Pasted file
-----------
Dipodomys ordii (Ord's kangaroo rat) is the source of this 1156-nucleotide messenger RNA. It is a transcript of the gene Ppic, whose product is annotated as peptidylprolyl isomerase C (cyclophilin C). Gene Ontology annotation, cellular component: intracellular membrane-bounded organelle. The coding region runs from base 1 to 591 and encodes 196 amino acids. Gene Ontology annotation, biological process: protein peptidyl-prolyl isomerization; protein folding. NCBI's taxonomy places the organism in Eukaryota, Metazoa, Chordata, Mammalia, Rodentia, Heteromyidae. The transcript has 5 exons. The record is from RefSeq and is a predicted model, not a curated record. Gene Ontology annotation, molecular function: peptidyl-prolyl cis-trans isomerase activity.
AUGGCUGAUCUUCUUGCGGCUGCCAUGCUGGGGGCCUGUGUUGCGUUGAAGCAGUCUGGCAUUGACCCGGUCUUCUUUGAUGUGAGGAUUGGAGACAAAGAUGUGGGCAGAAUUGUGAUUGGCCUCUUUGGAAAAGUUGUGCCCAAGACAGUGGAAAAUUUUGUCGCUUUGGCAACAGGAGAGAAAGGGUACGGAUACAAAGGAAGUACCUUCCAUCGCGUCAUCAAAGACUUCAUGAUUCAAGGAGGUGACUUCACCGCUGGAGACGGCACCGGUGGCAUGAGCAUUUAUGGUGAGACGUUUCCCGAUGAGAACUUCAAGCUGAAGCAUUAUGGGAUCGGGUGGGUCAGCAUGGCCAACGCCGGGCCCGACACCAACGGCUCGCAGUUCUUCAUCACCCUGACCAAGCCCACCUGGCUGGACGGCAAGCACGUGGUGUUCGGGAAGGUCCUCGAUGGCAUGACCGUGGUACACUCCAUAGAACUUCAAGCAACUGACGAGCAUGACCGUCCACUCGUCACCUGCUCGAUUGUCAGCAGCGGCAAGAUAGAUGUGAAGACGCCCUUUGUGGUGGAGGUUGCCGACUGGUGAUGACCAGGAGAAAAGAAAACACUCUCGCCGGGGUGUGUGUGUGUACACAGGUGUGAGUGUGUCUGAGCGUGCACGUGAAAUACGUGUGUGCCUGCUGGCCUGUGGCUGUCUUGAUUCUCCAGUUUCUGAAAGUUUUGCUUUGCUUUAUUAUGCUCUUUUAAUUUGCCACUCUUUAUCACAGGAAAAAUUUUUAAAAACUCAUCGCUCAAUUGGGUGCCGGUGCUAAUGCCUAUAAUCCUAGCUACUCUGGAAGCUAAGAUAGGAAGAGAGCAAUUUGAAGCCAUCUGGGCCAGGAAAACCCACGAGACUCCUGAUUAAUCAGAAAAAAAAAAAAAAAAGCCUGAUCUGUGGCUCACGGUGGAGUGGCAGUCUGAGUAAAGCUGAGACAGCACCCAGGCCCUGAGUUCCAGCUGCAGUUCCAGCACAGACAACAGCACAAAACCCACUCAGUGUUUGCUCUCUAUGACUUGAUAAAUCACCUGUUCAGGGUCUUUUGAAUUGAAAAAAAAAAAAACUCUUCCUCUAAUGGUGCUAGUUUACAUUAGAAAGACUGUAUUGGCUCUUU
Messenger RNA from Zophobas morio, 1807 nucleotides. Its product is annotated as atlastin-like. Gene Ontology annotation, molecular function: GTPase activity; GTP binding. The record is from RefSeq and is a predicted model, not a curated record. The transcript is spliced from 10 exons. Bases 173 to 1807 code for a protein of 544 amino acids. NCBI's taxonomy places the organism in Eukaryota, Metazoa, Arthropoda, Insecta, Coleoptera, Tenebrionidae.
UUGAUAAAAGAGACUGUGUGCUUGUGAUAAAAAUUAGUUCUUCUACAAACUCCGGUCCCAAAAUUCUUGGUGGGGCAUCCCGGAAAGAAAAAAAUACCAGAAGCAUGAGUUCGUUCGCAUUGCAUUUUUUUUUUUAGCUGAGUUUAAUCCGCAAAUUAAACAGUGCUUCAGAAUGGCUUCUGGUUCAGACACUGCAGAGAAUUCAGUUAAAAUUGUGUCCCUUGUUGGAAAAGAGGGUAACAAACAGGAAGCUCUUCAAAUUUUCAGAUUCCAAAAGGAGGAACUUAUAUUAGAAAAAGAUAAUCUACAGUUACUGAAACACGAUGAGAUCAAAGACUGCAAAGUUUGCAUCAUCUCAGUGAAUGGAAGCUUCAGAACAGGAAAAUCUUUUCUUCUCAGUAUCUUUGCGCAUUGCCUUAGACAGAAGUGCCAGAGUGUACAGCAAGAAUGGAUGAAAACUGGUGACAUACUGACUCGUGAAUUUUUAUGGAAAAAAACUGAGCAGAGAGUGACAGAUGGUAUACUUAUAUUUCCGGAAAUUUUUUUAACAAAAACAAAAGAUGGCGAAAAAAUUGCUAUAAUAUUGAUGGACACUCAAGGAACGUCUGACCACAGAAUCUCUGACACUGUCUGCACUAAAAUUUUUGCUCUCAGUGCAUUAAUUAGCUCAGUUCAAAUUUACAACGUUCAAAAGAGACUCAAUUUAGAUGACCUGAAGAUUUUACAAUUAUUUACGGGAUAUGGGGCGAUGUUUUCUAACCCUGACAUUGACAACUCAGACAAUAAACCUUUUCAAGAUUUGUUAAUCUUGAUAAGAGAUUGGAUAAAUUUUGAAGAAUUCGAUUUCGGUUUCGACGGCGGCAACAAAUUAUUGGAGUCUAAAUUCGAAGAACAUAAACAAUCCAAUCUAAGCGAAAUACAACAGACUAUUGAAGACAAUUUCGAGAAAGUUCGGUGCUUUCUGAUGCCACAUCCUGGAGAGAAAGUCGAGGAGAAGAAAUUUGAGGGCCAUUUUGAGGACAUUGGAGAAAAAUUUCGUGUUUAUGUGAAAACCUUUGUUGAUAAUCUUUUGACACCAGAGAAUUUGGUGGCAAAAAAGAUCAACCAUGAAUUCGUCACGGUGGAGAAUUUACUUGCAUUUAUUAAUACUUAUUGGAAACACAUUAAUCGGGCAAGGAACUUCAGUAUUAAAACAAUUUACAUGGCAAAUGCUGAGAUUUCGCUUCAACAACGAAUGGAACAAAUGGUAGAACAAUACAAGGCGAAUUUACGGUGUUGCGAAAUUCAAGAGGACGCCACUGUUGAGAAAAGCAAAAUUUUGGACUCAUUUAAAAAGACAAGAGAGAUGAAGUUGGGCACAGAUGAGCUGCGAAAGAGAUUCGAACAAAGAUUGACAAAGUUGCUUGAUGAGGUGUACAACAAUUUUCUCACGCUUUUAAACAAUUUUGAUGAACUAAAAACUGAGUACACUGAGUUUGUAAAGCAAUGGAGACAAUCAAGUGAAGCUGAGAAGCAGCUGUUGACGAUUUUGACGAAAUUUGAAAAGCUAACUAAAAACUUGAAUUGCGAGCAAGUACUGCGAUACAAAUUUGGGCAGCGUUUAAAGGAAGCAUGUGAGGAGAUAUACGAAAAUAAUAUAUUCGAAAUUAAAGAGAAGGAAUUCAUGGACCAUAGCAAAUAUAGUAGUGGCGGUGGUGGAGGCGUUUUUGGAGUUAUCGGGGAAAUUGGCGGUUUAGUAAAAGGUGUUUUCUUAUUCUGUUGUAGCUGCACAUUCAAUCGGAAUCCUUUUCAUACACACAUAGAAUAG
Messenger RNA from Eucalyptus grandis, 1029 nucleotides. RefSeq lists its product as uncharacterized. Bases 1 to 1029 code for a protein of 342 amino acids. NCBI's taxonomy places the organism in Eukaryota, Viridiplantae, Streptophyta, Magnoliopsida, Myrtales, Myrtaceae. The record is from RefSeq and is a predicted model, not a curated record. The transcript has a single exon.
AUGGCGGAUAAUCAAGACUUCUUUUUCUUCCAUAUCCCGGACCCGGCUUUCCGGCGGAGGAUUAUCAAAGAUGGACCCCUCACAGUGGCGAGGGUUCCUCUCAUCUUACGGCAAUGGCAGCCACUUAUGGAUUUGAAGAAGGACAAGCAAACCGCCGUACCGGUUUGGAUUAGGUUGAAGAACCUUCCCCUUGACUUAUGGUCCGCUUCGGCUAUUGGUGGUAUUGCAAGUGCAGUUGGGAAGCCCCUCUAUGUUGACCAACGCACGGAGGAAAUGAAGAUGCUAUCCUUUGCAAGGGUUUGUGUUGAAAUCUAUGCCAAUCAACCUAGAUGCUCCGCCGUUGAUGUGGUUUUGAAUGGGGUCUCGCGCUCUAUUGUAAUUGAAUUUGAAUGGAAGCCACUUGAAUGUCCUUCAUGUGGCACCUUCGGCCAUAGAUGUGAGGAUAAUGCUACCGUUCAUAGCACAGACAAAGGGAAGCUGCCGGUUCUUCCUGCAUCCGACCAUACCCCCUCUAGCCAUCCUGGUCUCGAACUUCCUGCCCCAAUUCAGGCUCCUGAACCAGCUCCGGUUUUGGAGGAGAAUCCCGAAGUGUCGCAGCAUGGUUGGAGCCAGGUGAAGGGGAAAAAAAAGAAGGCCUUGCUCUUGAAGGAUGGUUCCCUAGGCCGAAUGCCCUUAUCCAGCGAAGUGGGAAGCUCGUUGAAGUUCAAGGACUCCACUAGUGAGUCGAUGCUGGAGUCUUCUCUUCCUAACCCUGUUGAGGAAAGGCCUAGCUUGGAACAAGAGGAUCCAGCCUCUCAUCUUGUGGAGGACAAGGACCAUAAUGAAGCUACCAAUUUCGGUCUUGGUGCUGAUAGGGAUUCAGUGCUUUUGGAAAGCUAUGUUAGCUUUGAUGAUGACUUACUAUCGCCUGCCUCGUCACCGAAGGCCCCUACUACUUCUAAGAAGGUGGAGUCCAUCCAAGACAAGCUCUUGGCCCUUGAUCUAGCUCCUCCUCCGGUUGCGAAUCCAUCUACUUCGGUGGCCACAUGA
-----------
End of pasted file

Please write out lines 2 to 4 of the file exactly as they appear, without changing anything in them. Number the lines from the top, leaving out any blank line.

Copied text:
AUGGCUGAUCUUCUUGCGGCUGCCAUGCUGGGGGCCUGUGUUGCGUUGAAGCAGUCUGGCAUUGACCCGGUCUUCUUUGAUGUGAGGAUUGGAGACAAAGAUGUGGGCAGAAUUGUGAUUGGCCUCUUUGGAAAAGUUGUGCCCAAGACAGUGGAAAAUUUUGUCGCUUUGGCAACAGGAGAGAAAGGGUACGGAUACAAAGGAAGUACCUUCCAUCGCGUCAUCAAAGACUUCAUGAUUCAAGGAGGUGACUUCACCGCUGGAGACGGCACCGGUGGCAUGAGCAUUUAUGGUGAGACGUUUCCCGAUGAGAACUUCAAGCUGAAGCAUUAUGGGAUCGGGUGGGUCAGCAUGGCCAACGCCGGGCCCGACACCAACGGCUCGCAGUUCUUCAUCACCCUGACCAAGCCCACCUGGCUGGACGGCAAGCACGUGGUGUUCGGGAAGGUCCUCGAUGGCAUGACCGUGGUACACUCCAUAGAACUUCAAGCAACUGACGAGCAUGACCGUCCACUCGUCACCUGCUCGAUUGUCAGCAGCGGCAAGAUAGAUGUGAAGACGCCCUUUGUGGUGGAGGUUGCCGACUGGUGAUGACCAGGAGAAAAGAAAACACUCUCGCCGGGGUGUGUGUGUGUACACAGGUGUGAGUGUGUCUGAGCGUGCACGUGAAAUACGUGUGUGCCUGCUGGCCUGUGGCUGUCUUGAUUCUCCAGUUUCUGAAAGUUUUGCUUUGCUUUAUUAUGCUCUUUUAAUUUGCCACUCUUUAUCACAGGAAAAAUUUUUAAAAACUCAUCGCUCAAUUGGGUGCCGGUGCUAAUGCCUAUAAUCCUAGCUACUCUGGAAGCUAAGAUAGGAAGAGAGCAAUUUGAAGCCAUCUGGGCCAGGAAAACCCACGAGACUCCUGAUUAAUCAGAAAAAAAAAAAAAAAAGCCUGAUCUGUGGCUCACGGUGGAGUGGCAGUCUGAGUAAAGCUGAGACAGCACCCAGGCCCUGAGUUCCAGCUGCAGUUCCAGCACAGACAACAGCACAAAACCCACUCAGUGUUUGCUCUCUAUGACUUGAUAAAUCACCUGUUCAGGGUCUUUUGAAUUGAAAAAAAAAAAAACUCUUCCUCUAAUGGUGCUAGUUUACAUUAGAAAGACUGUAUUGGCUCUUU
Messenger RNA from Zophobas morio, 1807 nucleotides. Its product is annotated as atlastin-like. Gene Ontology annotation, molecular function: GTPase activity; GTP binding. The record is from RefSeq and is a predicted model, not a curated record. The transcript is spliced from 10 exons. Bases 173 to 1807 code for a protein of 544 amino acids. NCBI's taxonomy places the organism in Eukaryota, Metazoa, Arthropoda, Insecta, Coleoptera, Tenebrionidae.
UUGAUAAAAGAGACUGUGUGCUUGUGAUAAAAAUUAGUUCUUCUACAAACUCCGGUCCCAAAAUUCUUGGUGGGGCAUCCCGGAAAGAAAAAAAUACCAGAAGCAUGAGUUCGUUCGCAUUGCAUUUUUUUUUUUAGCUGAGUUUAAUCCGCAAAUUAAACAGUGCUUCAGAAUGGCUUCUGGUUCAGACACUGCAGAGAAUUCAGUUAAAAUUGUGUCCCUUGUUGGAAAAGAGGGUAACAAACAGGAAGCUCUUCAAAUUUUCAGAUUCCAAAAGGAGGAACUUAUAUUAGAAAAAGAUAAUCUACAGUUACUGAAACACGAUGAGAUCAAAGACUGCAAAGUUUGCAUCAUCUCAGUGAAUGGAAGCUUCAGAACAGGAAAAUCUUUUCUUCUCAGUAUCUUUGCGCAUUGCCUUAGACAGAAGUGCCAGAGUGUACAGCAAGAAUGGAUGAAAACUGGUGACAUACUGACUCGUGAAUUUUUAUGGAAAAAAACUGAGCAGAGAGUGACAGAUGGUAUACUUAUAUUUCCGGAAAUUUUUUUAACAAAAACAAAAGAUGGCGAAAAAAUUGCUAUAAUAUUGAUGGACACUCAAGGAACGUCUGACCACAGAAUCUCUGACACUGUCUGCACUAAAAUUUUUGCUCUCAGUGCAUUAAUUAGCUCAGUUCAAAUUUACAACGUUCAAAAGAGACUCAAUUUAGAUGACCUGAAGAUUUUACAAUUAUUUACGGGAUAUGGGGCGAUGUUUUCUAACCCUGACAUUGACAACUCAGACAAUAAACCUUUUCAAGAUUUGUUAAUCUUGAUAAGAGAUUGGAUAAAUUUUGAAGAAUUCGAUUUCGGUUUCGACGGCGGCAACAAAUUAUUGGAGUCUAAAUUCGAAGAACAUAAACAAUCCAAUCUAAGCGAAAUACAACAGACUAUUGAAGACAAUUUCGAGAAAGUUCGGUGCUUUCUGAUGCCACAUCCUGGAGAGAAAGUCGAGGAGAAGAAAUUUGAGGGCCAUUUUGAGGACAUUGGAGAAAAAUUUCGUGUUUAUGUGAAAACCUUUGUUGAUAAUCUUUUGACACCAGAGAAUUUGGUGGCAAAAAAGAUCAACCAUGAAUUCGUCACGGUGGAGAAUUUACUUGCAUUUAUUAAUACUUAUUGGAAACACAUUAAUCGGGCAAGGAACUUCAGUAUUAAAACAAUUUACAUGGCAAAUGCUGAGAUUUCGCUUCAACAACGAAUGGAACAAAUGGUAGAACAAUACAAGGCGAAUUUACGGUGUUGCGAAAUUCAAGAGGACGCCACUGUUGAGAAAAGCAAAAUUUUGGACUCAUUUAAAAAGACAAGAGAGAUGAAGUUGGGCACAGAUGAGCUGCGAAAGAGAUUCGAACAAAGAUUGACAAAGUUGCUUGAUGAGGUGUACAACAAUUUUCUCACGCUUUUAAACAAUUUUGAUGAACUAAAAACUGAGUACACUGAGUUUGUAAAGCAAUGGAGACAAUCAAGUGAAGCUGAGAAGCAGCUGUUGACGAUUUUGACGAAAUUUGAAAAGCUAACUAAAAACUUGAAUUGCGAGCAAGUACUGCGAUACAAAUUUGGGCAGCGUUUAAAGGAAGCAUGUGAGGAGAUAUACGAAAAUAAUAUAUUCGAAAUUAAAGAGAAGGAAUUCAUGGACCAUAGCAAAUAUAGUAGUGGCGGUGGUGGAGGCGUUUUUGGAGUUAUCGGGGAAAUUGGCGGUUUAGUAAAAGGUGUUUUCUUAUUCUGUUGUAGCUGCACAUUCAAUCGGAAUCCUUUUCAUACACACAUAGAAUAG